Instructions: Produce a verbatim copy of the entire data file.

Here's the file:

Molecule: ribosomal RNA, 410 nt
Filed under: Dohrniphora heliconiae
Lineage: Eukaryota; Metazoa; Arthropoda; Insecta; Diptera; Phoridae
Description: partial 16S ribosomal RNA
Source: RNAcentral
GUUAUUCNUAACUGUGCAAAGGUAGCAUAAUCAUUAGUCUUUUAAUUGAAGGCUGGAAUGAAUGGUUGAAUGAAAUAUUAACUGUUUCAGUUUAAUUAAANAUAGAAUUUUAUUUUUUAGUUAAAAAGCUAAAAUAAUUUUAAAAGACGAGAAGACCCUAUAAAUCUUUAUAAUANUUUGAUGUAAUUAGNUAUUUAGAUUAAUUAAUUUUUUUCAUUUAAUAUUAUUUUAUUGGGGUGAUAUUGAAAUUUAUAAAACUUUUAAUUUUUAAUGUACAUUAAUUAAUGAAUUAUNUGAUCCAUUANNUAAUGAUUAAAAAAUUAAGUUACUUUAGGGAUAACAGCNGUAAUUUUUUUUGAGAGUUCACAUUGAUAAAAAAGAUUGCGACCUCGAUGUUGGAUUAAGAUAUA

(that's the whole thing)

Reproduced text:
Molecule: ribosomal RNA, 410 nt
Filed under: Dohrniphora heliconiae
Lineage: Eukaryota; Metazoa; Arthropoda; Insecta; Diptera; Phoridae
Description: partial 16S ribosomal RNA
Source: RNAcentral
GUUAUUCNUAACUGUGCAAAGGUAGCAUAAUCAUUAGUCUUUUAAUUGAAGGCUGGAAUGAAUGGUUGAAUGAAAUAUUAACUGUUUCAGUUUAAUUAAANAUAGAAUUUUAUUUUUUAGUUAAAAAGCUAAAAUAAUUUUAAAAGACGAGAAGACCCUAUAAAUCUUUAUAAUANUUUGAUGUAAUUAGNUAUUUAGAUUAAUUAAUUUUUUUCAUUUAAUAUUAUUUUAUUGGGGUGAUAUUGAAAUUUAUAAAACUUUUAAUUUUUAAUGUACAUUAAUUAAUGAAUUAUNUGAUCCAUUANNUAAUGAUUAAAAAAUUAAGUUACUUUAGGGAUAACAGCNGUAAUUUUUUUUGAGAGUUCACAUUGAUAAAAAAGAUUGCGACCUCGAUGUUGGAUUAAGAUAUA